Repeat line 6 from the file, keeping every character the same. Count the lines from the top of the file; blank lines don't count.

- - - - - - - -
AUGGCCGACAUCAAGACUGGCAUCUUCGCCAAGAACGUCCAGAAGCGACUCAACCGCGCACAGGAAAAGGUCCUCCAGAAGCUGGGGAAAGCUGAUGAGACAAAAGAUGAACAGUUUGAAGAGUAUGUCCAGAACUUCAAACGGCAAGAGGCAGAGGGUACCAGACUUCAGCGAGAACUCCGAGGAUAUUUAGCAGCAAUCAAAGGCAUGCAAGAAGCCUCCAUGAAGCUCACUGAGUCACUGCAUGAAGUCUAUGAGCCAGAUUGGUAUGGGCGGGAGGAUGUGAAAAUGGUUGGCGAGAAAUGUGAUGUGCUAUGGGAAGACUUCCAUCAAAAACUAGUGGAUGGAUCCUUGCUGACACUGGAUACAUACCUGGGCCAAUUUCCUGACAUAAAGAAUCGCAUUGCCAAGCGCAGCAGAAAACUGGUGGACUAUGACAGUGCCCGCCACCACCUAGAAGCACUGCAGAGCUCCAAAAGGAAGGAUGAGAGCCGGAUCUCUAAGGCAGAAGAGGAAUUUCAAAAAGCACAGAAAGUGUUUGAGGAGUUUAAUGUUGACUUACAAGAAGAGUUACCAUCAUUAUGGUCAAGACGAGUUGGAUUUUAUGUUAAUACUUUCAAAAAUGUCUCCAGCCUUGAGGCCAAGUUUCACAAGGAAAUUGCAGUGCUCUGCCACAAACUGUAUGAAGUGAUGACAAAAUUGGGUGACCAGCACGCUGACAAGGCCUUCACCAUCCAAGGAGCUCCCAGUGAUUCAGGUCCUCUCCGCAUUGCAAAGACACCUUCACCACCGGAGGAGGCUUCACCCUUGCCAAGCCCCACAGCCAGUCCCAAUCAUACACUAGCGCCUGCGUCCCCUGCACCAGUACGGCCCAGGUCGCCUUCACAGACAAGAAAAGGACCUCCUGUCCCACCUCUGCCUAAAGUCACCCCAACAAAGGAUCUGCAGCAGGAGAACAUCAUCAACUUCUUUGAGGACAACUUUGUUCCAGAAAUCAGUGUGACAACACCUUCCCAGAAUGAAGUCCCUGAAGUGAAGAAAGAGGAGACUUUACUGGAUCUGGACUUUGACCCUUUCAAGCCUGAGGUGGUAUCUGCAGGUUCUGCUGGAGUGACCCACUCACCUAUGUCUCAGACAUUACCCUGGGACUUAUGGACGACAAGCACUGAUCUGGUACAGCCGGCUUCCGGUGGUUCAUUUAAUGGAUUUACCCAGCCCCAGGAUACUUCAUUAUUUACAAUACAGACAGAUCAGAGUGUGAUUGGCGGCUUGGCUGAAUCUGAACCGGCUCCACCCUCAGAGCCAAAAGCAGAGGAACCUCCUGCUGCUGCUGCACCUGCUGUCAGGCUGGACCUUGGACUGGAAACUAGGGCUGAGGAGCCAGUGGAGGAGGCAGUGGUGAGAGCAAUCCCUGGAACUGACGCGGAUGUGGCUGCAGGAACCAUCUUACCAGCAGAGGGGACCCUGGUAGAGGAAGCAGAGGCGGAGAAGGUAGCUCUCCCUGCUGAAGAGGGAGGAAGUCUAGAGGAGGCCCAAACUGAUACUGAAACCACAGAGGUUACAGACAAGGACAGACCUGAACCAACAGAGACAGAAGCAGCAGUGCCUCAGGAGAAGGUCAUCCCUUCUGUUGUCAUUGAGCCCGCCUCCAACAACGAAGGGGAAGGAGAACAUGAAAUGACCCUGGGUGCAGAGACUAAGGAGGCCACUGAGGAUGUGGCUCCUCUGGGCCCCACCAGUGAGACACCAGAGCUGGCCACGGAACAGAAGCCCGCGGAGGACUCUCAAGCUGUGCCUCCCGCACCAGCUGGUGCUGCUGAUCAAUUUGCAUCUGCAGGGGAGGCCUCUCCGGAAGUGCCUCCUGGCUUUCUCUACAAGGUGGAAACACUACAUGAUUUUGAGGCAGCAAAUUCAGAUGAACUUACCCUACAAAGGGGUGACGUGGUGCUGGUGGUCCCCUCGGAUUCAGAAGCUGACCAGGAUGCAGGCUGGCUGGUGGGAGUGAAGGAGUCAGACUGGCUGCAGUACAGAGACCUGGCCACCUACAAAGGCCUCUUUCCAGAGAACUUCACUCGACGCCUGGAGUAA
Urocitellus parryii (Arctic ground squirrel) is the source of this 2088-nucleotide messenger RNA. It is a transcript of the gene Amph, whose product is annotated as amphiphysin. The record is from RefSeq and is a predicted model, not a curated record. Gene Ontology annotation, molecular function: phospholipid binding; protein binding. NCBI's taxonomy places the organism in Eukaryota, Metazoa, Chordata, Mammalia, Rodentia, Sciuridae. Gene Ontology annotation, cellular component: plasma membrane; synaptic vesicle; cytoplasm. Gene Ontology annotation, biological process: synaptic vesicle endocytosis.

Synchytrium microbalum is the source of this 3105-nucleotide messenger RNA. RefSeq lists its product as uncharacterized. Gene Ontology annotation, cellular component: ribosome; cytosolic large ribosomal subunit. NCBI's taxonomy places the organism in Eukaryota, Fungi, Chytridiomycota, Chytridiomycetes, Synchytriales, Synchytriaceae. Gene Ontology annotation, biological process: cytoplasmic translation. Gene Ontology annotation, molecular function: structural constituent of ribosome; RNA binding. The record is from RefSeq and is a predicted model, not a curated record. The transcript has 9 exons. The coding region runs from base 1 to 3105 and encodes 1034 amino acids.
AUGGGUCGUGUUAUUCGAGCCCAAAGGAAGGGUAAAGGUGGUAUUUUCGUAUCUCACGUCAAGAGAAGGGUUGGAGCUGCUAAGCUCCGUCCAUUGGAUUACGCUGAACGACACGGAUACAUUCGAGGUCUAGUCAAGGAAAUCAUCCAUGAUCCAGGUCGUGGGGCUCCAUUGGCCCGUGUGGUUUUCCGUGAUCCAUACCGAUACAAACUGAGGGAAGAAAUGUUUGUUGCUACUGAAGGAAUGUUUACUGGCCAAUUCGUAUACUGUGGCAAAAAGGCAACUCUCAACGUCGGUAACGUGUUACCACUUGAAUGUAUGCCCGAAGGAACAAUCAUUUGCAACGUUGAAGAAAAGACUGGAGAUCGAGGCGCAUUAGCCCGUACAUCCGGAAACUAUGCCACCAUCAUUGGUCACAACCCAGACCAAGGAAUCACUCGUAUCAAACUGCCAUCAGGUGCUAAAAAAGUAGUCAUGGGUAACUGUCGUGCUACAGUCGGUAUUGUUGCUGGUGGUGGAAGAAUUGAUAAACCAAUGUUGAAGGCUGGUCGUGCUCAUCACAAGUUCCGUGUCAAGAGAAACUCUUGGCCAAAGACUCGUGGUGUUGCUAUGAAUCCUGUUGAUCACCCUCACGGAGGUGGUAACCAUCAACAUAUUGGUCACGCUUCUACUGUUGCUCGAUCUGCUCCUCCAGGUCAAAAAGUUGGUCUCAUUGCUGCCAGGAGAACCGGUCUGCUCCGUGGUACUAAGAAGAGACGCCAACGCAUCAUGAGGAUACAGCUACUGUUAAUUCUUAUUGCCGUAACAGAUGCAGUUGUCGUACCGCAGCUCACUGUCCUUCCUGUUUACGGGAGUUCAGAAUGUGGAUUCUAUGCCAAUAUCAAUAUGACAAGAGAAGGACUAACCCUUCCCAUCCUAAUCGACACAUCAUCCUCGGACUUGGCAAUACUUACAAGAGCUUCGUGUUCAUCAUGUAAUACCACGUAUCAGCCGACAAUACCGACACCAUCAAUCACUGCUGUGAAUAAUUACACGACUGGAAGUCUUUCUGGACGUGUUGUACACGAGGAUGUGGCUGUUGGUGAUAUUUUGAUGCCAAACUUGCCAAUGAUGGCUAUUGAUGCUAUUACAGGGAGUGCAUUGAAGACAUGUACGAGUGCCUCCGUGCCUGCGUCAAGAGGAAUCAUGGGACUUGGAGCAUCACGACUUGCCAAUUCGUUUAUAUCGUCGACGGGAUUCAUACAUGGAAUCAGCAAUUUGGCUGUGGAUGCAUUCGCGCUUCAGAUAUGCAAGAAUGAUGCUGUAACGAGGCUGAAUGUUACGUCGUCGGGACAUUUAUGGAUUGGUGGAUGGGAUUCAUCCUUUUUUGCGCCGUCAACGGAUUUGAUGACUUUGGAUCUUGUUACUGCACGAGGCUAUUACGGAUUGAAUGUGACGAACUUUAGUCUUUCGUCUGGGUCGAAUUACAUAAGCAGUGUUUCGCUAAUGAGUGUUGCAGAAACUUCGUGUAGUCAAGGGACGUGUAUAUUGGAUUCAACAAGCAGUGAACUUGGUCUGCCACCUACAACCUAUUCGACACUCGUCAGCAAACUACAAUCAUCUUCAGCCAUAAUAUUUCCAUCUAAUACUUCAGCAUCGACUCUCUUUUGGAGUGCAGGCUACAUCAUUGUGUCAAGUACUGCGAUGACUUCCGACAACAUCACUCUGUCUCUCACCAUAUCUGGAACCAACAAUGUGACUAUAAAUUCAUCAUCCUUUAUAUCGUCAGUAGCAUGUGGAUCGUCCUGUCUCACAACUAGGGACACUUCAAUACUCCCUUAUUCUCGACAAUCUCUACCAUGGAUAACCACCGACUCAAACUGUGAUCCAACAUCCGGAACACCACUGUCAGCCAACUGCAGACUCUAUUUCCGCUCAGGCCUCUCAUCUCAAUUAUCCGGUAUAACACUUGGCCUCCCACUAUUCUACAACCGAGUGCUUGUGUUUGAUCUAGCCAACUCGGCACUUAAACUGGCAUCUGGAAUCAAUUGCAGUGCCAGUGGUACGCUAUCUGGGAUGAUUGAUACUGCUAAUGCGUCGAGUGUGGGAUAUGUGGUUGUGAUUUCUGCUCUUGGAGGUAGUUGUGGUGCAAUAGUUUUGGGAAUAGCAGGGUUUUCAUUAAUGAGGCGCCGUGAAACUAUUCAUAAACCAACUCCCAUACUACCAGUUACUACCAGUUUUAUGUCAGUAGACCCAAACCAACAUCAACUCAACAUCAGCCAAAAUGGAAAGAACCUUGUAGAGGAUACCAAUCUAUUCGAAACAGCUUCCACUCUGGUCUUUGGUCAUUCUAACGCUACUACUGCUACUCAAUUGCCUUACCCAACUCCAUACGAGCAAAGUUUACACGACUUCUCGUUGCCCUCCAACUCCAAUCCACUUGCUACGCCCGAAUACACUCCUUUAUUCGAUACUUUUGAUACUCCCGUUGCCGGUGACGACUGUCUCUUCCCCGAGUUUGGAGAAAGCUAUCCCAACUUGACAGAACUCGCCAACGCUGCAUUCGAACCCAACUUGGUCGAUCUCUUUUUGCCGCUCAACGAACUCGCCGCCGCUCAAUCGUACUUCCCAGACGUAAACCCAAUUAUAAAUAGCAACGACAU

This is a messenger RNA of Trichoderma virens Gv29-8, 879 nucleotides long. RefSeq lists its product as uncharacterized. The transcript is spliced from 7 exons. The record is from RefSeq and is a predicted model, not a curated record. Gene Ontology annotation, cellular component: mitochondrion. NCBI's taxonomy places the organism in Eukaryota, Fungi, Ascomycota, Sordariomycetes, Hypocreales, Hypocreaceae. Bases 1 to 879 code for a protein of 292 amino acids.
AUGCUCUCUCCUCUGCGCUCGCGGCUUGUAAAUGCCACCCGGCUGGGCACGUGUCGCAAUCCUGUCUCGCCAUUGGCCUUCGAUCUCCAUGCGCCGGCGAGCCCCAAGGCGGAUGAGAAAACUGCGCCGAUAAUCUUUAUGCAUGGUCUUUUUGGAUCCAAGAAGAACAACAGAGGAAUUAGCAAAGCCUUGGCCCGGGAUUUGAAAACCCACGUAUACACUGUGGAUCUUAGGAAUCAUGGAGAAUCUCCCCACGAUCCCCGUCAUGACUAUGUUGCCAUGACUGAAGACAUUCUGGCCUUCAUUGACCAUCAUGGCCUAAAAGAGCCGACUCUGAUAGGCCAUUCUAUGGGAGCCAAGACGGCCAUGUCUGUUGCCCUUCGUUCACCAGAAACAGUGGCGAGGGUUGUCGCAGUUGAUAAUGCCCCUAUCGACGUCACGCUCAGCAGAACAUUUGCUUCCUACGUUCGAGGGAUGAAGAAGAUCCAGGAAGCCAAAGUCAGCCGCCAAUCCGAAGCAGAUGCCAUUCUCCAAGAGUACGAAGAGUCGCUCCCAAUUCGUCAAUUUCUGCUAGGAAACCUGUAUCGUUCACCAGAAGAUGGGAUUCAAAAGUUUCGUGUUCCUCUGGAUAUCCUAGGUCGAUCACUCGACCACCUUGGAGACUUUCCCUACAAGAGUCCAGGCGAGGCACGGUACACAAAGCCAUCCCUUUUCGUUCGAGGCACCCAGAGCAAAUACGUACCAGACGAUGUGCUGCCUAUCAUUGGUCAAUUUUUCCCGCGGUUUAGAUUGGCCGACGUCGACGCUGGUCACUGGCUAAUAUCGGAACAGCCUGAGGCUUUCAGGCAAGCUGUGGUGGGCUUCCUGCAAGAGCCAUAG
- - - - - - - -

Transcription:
AUGCUCUCUCCUCUGCGCUCGCGGCUUGUAAAUGCCACCCGGCUGGGCACGUGUCGCAAUCCUGUCUCGCCAUUGGCCUUCGAUCUCCAUGCGCCGGCGAGCCCCAAGGCGGAUGAGAAAACUGCGCCGAUAAUCUUUAUGCAUGGUCUUUUUGGAUCCAAGAAGAACAACAGAGGAAUUAGCAAAGCCUUGGCCCGGGAUUUGAAAACCCACGUAUACACUGUGGAUCUUAGGAAUCAUGGAGAAUCUCCCCACGAUCCCCGUCAUGACUAUGUUGCCAUGACUGAAGACAUUCUGGCCUUCAUUGACCAUCAUGGCCUAAAAGAGCCGACUCUGAUAGGCCAUUCUAUGGGAGCCAAGACGGCCAUGUCUGUUGCCCUUCGUUCACCAGAAACAGUGGCGAGGGUUGUCGCAGUUGAUAAUGCCCCUAUCGACGUCACGCUCAGCAGAACAUUUGCUUCCUACGUUCGAGGGAUGAAGAAGAUCCAGGAAGCCAAAGUCAGCCGCCAAUCCGAAGCAGAUGCCAUUCUCCAAGAGUACGAAGAGUCGCUCCCAAUUCGUCAAUUUCUGCUAGGAAACCUGUAUCGUUCACCAGAAGAUGGGAUUCAAAAGUUUCGUGUUCCUCUGGAUAUCCUAGGUCGAUCACUCGACCACCUUGGAGACUUUCCCUACAAGAGUCCAGGCGAGGCACGGUACACAAAGCCAUCCCUUUUCGUUCGAGGCACCCAGAGCAAAUACGUACCAGACGAUGUGCUGCCUAUCAUUGGUCAAUUUUUCCCGCGGUUUAGAUUGGCCGACGUCGACGCUGGUCACUGGCUAAUAUCGGAACAGCCUGAGGCUUUCAGGCAAGCUGUGGUGGGCUUCCUGCAAGAGCCAUAG